So my opinion. if you can afford to use allthread. DO IT. and hook it to your recovery system. I have seen WAY to many big rockets come in without a chute because the recovery point pulled through a 1/4 ply bulkead. if you allthread now you are anchored in four or more spots, and it spreads that force out to the entire rocket not just the one little spot where your eyebolt goes through.

Another thing I tend to use the allthread sticking out the back of the rocket as a way to anchor my motors in. again hard deploy could rip the rocket apart. but at least your chute will still be attached to the motor case.. and that is the one thing I am sure you want to get back if your rocket was to be destroyed.

AZ_Ron
3rd October 2010, 08:10 PM
Mark, right on the money, but that's why I use the motor to anchor my recovery harness. Most rockets I've built, including the 16" Diablo had the fins tacked in, two 1/2" Baltic Birch Ply CR's, then I 2-part foamed the whole shebang. No fillets at all, no all-thread, no 'glass, kevlar or anything. The foam basically makes the entire booster one solid piece. Is it heavier than the all-thread... who knows. I don't think it is, but I also know the foam is not featherweight either!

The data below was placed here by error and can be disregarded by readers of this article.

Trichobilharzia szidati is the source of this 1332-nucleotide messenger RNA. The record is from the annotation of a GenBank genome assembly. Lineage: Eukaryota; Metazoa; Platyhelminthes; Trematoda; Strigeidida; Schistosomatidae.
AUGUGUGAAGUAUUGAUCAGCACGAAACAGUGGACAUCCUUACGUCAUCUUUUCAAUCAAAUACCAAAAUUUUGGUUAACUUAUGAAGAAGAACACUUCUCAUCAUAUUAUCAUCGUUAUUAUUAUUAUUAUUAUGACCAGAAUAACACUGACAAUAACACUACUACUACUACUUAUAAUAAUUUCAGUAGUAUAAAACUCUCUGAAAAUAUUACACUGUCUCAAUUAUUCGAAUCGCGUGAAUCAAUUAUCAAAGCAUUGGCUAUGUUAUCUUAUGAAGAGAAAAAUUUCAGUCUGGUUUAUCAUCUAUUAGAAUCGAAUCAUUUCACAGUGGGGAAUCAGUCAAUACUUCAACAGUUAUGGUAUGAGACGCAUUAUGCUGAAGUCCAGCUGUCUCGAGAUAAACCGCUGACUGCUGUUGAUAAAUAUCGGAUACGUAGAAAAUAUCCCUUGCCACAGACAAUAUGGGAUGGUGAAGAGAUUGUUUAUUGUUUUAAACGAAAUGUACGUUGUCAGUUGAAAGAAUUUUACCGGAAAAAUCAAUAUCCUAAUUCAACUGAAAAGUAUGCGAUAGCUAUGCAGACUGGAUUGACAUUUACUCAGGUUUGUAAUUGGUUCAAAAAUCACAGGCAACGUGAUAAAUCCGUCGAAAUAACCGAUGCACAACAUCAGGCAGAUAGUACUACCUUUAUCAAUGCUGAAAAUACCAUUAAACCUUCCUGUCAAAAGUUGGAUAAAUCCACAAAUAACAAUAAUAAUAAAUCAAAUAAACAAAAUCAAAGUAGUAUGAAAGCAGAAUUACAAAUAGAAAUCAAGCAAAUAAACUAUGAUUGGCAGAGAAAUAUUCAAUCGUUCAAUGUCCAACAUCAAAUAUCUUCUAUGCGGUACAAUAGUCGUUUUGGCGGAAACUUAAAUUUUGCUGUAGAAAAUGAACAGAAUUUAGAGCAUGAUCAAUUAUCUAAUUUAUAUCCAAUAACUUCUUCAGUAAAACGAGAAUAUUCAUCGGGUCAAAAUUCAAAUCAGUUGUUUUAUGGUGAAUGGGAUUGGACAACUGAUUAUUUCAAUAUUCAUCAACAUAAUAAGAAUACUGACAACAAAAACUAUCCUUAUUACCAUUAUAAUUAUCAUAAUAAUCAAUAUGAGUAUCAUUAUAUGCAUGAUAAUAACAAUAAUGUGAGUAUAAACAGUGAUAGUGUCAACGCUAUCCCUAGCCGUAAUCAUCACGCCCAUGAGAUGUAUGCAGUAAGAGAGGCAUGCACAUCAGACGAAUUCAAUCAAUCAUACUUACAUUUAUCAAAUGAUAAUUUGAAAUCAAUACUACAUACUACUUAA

It IS however, VERY quick and easy.
Are a lot of rockets overbuilt?? Maybe, but so what. We build it how WE want to build it, which is what this hobby is all about. It allows our creative sides to come to life. I always read these threads, and almost always learn something clever that I wouldn't have thought of otherwise. It's all about building OUR birds the way WE want to build them. TRF and RP give us all a place to display our ideas and ingenuity. You'll always find someone who thinks you should have done it another way, usually their way! ;)

LOVE this hobby!!

Ron

MarkII
4th October 2010, 02:46 AM
Interesting discussion. I'm glad that both sides of the issue are being presented. Whenever I thought about possible reasons for it, one that I never came up with was to fortify the recovery harness anchor. I'm not inclined to ever try the technique, and it is hardly an issue for me right now (putting it mildly), but I had wondered what the actual rationale was for it. It always struck me as an odd and rather extreme thing to include in a rocket's construction. (Rockets of the kind that we fly, anyway.) I have been able to readily grasp nearly every other feature or technique that I have seen used in the construction of big honkin' rockets, but that one always threw me for a loop.